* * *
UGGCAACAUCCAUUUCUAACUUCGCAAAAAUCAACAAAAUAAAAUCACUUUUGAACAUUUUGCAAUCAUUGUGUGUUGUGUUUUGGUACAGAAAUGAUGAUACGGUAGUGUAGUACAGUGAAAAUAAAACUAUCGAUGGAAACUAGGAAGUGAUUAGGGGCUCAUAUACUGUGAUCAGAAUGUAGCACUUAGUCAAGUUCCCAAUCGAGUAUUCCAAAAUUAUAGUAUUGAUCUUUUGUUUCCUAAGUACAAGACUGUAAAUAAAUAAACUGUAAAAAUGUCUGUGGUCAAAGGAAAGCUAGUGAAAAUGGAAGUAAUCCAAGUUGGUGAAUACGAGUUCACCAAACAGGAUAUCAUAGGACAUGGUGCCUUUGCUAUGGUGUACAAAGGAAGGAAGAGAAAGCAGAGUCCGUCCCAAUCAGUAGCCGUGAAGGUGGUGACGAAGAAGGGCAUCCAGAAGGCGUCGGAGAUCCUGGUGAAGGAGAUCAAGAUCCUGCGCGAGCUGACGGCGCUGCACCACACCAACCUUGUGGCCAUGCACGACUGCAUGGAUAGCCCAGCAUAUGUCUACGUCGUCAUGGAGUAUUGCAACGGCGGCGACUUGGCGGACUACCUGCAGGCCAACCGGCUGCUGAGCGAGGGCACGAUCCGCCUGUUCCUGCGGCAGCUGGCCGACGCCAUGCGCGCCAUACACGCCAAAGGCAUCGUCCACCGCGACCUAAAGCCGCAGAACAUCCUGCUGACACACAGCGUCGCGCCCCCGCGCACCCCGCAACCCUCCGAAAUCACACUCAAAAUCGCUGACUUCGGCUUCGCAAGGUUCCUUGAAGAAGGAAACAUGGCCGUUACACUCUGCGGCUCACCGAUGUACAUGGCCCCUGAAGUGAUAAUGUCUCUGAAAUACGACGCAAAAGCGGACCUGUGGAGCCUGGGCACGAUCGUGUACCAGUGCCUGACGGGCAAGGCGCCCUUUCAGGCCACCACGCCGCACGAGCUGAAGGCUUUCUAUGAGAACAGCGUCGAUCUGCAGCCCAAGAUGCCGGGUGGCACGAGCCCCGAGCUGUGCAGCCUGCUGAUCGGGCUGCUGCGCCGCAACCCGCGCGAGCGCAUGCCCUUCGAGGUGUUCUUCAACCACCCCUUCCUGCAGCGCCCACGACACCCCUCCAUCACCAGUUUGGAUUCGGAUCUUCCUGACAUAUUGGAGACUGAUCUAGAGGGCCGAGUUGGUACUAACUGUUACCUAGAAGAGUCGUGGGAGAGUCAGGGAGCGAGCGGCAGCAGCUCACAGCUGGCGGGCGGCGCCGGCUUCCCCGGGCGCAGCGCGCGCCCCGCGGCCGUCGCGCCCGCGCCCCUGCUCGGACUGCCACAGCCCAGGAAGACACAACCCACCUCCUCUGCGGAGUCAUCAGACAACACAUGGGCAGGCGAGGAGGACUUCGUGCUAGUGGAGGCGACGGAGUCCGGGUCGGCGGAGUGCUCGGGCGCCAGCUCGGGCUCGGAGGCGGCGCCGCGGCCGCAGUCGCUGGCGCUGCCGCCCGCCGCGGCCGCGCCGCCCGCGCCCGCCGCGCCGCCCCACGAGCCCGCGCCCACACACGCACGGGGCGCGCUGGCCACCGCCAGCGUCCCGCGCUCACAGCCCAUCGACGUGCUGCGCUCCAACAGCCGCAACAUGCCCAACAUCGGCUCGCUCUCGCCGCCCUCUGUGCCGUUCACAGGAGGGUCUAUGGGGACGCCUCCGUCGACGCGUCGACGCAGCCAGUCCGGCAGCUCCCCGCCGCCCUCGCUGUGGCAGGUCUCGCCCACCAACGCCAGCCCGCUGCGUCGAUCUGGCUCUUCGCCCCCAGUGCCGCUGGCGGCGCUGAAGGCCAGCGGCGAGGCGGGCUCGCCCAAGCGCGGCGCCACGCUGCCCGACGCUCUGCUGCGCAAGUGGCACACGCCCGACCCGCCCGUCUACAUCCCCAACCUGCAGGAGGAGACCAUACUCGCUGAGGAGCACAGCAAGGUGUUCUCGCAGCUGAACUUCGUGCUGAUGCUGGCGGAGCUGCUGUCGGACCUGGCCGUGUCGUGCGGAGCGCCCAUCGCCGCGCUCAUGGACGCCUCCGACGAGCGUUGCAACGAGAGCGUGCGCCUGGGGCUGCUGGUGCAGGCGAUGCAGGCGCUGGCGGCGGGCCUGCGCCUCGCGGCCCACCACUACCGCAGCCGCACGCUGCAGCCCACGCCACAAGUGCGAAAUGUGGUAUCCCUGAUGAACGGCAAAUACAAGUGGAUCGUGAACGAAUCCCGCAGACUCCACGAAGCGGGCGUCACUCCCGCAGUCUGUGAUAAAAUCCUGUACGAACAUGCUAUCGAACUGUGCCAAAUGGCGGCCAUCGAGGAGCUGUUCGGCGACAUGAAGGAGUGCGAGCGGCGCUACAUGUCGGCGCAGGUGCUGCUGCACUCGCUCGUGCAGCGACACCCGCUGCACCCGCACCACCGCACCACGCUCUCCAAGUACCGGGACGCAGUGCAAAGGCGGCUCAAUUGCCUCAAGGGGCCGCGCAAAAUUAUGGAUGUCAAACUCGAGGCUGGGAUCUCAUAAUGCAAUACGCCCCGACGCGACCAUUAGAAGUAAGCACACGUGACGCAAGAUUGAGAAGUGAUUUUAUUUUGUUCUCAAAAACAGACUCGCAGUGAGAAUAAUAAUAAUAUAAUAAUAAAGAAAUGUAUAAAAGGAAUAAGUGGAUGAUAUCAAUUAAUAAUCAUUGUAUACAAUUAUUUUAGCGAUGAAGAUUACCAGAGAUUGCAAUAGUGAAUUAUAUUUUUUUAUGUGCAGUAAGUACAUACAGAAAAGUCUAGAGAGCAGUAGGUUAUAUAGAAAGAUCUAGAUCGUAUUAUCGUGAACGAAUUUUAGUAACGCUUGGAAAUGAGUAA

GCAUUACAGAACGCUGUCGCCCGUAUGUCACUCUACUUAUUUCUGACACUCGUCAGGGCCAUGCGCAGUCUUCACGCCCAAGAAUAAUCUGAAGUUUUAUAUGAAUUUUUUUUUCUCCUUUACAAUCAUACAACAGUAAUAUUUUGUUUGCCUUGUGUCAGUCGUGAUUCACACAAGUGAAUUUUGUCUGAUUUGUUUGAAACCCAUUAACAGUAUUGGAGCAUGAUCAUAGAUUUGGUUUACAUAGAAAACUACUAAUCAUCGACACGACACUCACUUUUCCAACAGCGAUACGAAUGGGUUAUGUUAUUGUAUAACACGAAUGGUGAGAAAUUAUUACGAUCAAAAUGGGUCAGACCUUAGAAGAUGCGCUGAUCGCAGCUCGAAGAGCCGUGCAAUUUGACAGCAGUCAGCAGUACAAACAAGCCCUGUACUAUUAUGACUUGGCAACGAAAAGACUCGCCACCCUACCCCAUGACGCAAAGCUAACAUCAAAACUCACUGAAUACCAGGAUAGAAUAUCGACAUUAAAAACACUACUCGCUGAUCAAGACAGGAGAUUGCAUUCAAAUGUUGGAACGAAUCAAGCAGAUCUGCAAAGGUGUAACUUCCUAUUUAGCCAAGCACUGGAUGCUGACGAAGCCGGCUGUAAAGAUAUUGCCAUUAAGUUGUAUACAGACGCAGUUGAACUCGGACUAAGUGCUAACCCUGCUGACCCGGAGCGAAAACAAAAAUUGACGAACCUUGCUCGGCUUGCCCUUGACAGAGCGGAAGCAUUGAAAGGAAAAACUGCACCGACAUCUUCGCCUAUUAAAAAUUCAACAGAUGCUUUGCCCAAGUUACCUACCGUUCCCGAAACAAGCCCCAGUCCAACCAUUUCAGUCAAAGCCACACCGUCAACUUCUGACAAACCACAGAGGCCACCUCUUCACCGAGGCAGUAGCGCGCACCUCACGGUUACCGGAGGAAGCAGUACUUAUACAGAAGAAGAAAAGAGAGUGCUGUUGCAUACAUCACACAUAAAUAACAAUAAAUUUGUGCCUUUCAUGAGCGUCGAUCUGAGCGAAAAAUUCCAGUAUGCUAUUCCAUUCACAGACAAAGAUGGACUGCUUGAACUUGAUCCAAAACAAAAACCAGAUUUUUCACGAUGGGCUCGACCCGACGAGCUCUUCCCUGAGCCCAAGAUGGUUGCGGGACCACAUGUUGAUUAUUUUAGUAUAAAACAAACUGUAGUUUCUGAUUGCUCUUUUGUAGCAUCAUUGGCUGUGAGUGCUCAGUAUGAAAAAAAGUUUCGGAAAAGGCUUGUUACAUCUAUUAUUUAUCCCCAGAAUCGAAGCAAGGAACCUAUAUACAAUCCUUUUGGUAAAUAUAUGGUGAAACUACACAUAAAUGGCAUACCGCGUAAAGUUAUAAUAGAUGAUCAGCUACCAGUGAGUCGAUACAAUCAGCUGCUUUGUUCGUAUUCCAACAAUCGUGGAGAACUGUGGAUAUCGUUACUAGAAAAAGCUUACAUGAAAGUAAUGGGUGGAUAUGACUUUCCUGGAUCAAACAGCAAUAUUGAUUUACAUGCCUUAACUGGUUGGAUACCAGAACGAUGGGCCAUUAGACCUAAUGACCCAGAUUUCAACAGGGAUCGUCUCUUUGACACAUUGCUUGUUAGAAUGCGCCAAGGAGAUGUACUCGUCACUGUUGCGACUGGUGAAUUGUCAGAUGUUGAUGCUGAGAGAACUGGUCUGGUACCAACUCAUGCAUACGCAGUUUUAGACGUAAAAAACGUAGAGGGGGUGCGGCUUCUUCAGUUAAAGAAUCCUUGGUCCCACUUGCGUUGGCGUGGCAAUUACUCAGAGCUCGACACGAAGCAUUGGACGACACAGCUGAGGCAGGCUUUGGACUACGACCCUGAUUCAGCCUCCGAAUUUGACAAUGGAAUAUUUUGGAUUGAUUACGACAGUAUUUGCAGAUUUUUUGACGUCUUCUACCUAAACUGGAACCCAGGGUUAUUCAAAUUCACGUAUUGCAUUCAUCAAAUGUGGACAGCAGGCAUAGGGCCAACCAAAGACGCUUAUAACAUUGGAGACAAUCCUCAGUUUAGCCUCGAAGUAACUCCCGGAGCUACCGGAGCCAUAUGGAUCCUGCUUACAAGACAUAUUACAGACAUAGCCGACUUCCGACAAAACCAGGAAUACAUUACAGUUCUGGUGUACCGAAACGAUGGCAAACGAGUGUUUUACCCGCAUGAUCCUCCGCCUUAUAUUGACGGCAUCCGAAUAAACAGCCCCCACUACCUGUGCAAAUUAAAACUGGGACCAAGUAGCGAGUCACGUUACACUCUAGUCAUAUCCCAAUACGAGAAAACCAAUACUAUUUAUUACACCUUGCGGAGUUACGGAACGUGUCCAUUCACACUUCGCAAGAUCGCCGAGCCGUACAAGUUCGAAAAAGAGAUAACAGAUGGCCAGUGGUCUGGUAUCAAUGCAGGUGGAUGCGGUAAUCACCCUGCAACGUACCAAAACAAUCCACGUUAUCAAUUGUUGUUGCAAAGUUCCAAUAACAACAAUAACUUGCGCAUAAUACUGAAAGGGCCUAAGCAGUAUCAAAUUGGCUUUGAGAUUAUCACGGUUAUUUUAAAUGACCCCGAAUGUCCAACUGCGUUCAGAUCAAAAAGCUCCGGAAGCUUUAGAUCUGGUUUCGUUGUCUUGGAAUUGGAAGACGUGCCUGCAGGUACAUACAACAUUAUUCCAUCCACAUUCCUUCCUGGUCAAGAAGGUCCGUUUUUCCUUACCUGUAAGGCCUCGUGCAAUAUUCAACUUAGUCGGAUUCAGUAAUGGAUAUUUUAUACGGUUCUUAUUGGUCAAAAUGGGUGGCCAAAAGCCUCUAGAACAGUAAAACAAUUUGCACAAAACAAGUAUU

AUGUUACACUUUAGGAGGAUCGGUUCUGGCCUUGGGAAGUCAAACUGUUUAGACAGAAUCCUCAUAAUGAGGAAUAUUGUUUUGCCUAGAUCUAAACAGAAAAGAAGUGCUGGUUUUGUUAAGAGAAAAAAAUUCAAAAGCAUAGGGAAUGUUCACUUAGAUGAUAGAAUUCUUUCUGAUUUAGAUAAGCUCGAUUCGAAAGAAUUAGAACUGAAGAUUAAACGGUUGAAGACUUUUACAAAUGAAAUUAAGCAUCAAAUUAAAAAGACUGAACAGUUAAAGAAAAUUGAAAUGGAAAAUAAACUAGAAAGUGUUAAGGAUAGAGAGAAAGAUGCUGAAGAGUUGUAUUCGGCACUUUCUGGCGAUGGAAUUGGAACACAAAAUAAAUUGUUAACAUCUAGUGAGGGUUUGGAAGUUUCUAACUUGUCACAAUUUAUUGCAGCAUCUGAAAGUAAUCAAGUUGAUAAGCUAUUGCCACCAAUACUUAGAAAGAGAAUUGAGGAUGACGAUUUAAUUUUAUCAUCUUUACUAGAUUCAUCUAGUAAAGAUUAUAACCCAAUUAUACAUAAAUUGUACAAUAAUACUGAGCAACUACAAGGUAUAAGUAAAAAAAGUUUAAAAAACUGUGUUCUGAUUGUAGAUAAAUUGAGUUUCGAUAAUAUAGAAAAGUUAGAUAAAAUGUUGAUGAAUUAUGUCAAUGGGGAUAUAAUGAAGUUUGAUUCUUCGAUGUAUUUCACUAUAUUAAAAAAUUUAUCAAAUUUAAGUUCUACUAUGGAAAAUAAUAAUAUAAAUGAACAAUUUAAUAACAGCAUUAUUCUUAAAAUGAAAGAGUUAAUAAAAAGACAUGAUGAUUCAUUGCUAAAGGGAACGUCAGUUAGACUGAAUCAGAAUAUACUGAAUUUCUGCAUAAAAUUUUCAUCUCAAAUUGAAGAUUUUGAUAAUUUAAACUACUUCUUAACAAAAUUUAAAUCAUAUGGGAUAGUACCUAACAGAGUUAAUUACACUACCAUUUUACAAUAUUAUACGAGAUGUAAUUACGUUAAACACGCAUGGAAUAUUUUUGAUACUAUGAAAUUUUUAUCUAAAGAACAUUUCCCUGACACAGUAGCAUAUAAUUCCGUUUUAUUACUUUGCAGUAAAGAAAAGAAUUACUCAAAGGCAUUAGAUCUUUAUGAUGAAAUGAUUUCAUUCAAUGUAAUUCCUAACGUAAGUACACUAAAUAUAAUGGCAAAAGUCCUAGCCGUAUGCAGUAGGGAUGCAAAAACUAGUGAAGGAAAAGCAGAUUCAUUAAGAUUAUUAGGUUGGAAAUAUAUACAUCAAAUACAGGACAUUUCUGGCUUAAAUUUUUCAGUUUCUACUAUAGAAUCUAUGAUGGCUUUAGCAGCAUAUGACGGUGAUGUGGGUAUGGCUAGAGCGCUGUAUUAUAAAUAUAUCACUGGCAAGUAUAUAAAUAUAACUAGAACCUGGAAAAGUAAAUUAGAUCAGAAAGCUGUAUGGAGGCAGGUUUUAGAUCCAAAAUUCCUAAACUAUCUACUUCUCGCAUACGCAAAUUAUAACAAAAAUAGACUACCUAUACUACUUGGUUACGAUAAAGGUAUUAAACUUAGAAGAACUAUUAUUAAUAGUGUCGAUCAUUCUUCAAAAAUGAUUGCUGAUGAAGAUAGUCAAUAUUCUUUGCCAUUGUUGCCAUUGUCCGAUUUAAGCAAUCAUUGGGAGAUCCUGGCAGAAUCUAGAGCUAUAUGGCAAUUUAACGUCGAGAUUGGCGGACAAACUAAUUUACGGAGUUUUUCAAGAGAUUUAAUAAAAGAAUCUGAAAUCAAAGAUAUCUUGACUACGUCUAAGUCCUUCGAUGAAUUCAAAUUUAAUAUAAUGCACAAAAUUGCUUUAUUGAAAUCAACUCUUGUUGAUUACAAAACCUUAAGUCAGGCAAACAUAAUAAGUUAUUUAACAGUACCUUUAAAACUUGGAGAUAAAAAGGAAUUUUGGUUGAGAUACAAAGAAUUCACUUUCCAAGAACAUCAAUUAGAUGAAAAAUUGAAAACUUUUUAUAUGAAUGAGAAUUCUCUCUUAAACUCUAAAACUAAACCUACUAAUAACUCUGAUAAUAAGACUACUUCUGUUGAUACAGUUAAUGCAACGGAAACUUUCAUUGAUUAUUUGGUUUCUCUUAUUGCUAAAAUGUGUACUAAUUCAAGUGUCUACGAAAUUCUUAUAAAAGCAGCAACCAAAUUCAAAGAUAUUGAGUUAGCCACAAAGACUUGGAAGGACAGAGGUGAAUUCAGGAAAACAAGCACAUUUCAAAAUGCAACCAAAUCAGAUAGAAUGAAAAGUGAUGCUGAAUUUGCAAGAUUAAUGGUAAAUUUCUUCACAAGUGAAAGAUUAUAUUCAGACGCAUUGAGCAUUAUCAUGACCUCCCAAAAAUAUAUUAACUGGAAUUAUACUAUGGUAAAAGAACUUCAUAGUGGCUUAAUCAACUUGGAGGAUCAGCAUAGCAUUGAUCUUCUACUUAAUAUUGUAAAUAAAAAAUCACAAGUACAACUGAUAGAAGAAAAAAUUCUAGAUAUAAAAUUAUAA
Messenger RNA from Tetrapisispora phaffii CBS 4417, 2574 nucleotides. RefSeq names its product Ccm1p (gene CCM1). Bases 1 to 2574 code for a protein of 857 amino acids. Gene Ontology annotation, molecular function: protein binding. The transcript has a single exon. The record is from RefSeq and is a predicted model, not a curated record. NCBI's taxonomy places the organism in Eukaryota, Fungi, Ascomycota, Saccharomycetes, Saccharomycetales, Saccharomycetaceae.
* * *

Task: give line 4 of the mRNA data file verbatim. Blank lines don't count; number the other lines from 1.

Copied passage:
Messenger RNA from Tetrapisispora phaffii CBS 4417, 2574 nucleotides. RefSeq names its product Ccm1p (gene CCM1). Bases 1 to 2574 code for a protein of 857 amino acids. Gene Ontology annotation, molecular function: protein binding. The transcript has a single exon. The record is from RefSeq and is a predicted model, not a curated record. NCBI's taxonomy places the organism in Eukaryota, Fungi, Ascomycota, Saccharomycetes, Saccharomycetales, Saccharomycetaceae.